The Encyclopaedia of Architectural Technology [London: Wiley 2002]
Mission Concepcion (1755) San Antonio, Texas
Mexican-American Architecture
Mexican-American Encyclopaedia [2002]
W3 Brasilia 1960s Archive Photograph
Canberra / Brasilia
Canberra Contemporary Art Space [Canberra: CASC 2001]
Oscar Niemeyer: Congresso Nacional Brasilia
In the Realm of the Senses
Architectural Design [July 2001]
Thomas Deckker: Magalhaes House
Thomas Deckker: Two Projects in Brasilia
Architectural Design [Oct 2000]
Degree Unit G: Mexico 1997-98
First International Seminar on the Teaching of the Built Environment [SIEPAC]
University of Sao Paulo, Brazil
13-15 Sept 2000

Thomas Deckker: The Modern City Revisited
The Modern City Revisited
[London: Routledge 2000]

Thomas Deckker (editor): Issues in Architecture Art & Design
Issues in Architecture Art & Design
vol. 6 no. 1 [University of East London 2000]
Luigi Snozzi: Monte Carasso, Bellinzona photograph (c) Thomas Deckker 1982
The re-invention of the site
Relating Landscape to Architecture
[London: Routledge 1999]
The Modern City Revisted Conference
The Modern City Revisited
University of East London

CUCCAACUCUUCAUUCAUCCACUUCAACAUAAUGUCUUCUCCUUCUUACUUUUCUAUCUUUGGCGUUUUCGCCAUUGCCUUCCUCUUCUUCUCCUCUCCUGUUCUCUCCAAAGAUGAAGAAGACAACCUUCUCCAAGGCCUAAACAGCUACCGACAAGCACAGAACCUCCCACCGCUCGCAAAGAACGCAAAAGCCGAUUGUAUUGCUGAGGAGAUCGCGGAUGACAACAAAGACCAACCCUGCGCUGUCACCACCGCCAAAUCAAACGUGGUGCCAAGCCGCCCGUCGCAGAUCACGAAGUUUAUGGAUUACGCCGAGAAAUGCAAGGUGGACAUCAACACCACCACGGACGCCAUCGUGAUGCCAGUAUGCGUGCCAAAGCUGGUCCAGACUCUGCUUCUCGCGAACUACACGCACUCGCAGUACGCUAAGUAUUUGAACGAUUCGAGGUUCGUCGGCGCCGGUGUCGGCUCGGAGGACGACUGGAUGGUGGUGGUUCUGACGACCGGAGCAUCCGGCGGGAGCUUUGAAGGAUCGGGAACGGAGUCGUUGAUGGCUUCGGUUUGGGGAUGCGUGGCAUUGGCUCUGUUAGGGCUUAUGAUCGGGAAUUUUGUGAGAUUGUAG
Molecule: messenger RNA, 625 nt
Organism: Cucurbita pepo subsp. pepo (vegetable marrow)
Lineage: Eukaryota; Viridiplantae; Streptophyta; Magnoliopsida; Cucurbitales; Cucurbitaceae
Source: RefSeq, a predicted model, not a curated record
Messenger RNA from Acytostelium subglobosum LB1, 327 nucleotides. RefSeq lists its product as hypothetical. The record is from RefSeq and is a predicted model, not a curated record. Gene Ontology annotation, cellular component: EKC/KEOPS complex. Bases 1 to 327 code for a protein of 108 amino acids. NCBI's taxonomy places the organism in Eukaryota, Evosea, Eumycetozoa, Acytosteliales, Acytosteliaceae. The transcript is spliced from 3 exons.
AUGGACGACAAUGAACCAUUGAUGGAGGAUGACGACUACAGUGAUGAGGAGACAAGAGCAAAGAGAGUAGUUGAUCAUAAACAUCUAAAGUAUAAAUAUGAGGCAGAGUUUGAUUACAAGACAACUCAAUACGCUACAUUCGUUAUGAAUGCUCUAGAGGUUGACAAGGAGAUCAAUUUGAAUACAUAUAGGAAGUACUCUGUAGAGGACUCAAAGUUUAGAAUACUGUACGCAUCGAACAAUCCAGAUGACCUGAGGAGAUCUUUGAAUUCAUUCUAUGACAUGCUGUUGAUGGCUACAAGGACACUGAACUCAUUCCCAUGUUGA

27/28 Mar 1999
Luigi Snozzi: Kalman House, Locarno photograph (c) Thomas Deckker 1982
Monte Carasso: The re-invention of the site
Issues in Architecture Art & Design vol. 5 no. 2 [University of East London 1998]
Donald Judd: Chinati Foundation, Texas
Specific Objects / Specific Sites
Rethinking the Architecture / Landscape Relationship, University of East London,
26-28 Mar 1996
Herzog & deMeuron: Hebelstrasse Apartments, Basle
Herzog & deMeuron
Issues in Architecture Art & Design vol. 3 no. 2 [University of East London 1994]
Le Corbusier: Maison Jaoul, Paris photograph (c) Thomas Deckker 1982
Le Corbusier: Maison Jaoul, Paris
photograph (c) Thomas Deckker 1982

Architects and Technology Index

The Encyclopaedia of Architectural Technology [London: Wiley 2002]

Le Corbusier

Le Corbusier (1887-1965) was as unceasingly innovative with technology as he was in any other field of his endeavours, and with equally controversial results. He came to prominence in architecture in the 1920s in part by abstracting and promoting particular aspects of current architectural practice not as pragmatic constructional solutions but as abstract and ideal forms of an industrial and technocratic society.